The Smart Service Dispatch

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January 24, 2021

 

The Smart HVAC Systems and Products You Need to Start Offering

Start offering and installing these smart HVAC systems—before your competitors do.

We’ve all seen those futuristic, sci-fi movie scenes where someone wakes up and their home tells them their plans for the day, makes their coffee, and prepares their breakfast. A lot of those advancements may seem like pie-in-the-sky fantasies, but with the popularization of smart home products (Alexa, Google Assistant, and Siri) some of that stuff already exists. As an HVAC professional, you have an opportunity to offer some unique smart home integrations for your customers. You’ve probably already heard of smart thermostats like Nest, but other recent innovations give homeowners even more control.

Let’s take a look at what’s out there!

Smart Thermostats

As an HVAC professional, customers may have asked you to install products like Nest before. These give consumers better home-control and provide a more efficient HVAC experience. Linking to a homeowner’s mobile device, they can even allow remote control and send automated notifications regarding the system’s status. Smart thermostats will likely be the first products you introduce for smart home utilization, so do some reading on basic functionality as well as the connectivity that customers may look for with these products.

Smart Vents

Now that you have the basics of a smart home going, we’ll look at a product that pushes things to the next level. You may have heard the story of how Bill Gates’ home will adjust a room’s temperature based on his preferences, but such features are no longer reserved for billionaires. With smart vents, customers can control individual room temperatures and develop an ecosystem that accommodates their needs. Two of the bigger products on the market are Keen and Flair, which provide a lot of control.

Given that homes will have at least one vent per room, you’ll need a way to track these to provide future service. Smart Service HVAC software provides an in-depth equipment tracking system. The ability to accurately note locations, warranties, and service records for installed equipment will become crucial for customers with sophisticated, smart systems.

Smart Blinds

One of the biggest areas of HVAC energy efficiency in a home? The windows. Poor energy efficiency as well as sunlight naturally heating a home are factors here. Your clients may not know the effectiveness of closing/opening blinds, or may not want to bother doing so at several points in a given day.

Smart blinds allow customers to set automated routines (matching up with their existing heating/cooling cycles) to let the sunlight in, or to block it off when needed. An additional benefit you can bring up to clients is the added home security you get when pairing these with smart lights. The automation can make it appear like someone is home at all times, which will serve as a great deterrent for criminals looking for vacant homes during the holidays.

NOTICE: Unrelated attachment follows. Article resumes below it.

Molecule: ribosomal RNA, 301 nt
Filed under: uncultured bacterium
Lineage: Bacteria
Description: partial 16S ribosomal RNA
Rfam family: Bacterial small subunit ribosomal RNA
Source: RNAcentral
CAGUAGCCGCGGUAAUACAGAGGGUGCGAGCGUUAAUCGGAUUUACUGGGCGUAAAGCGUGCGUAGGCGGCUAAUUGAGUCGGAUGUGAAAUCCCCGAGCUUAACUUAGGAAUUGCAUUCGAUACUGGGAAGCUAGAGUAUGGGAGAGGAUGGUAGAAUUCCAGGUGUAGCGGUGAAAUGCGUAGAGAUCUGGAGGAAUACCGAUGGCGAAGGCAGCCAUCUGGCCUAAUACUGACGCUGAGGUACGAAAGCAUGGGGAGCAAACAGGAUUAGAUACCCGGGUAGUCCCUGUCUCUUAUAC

Smart Humidifiers 

With winter coming, in-house humidity drops (with cold air unable to retain moisture). Dry air makes rooms feel colder and makes your lips crack. Your customers probably already use a humidifier in their home, so why not offer an additional integration to their smart home products?

Smart humidifiers give clients more control and information over the humidity in their rooms. Allowing customers to set schedules or adjust settings according to thermostat usage gives them more power to make a space truly comfortable.

IoT and IFTTT

You may have heard of IoT (Internet of Things) before, but another step along this path would be the integration of IFTT. IFTT (short for If This Than That) allows you to trigger events based off actions or hardware you have installed. The terminology gets pretty technical, but the technology allows you to do some really cool stuff for your clients:

  • Automatically generate reports based on the times the HVAC unit is running. Or, take things a step further, and generate wattage calculations to give clients real data on how their system functions.
  • Air flow sensors can be wired to send notifications in the case of poor airflow or even failure. You can even make it so these notifications go to you too, allowing you to quickly schedule service when something goes wrong. 
  • Door sensors paired up with Nest or smart vents allows airflow to get directed to more populated areas for more efficient system usage. 

Final Thoughts

Check out the integrations you can come up with for the existing products you carry. Then, consider expanding out to see how you can really utilize smart home features for your clients. You may find yourself in a unique market to offer packages with better features and care than your competitors.

With tech becoming more and more prevalent in everyday life, we may all soon live in a sci-fi home with AI helping us cook our morning breakfast. But, for now, these cool products can get us started in that direction.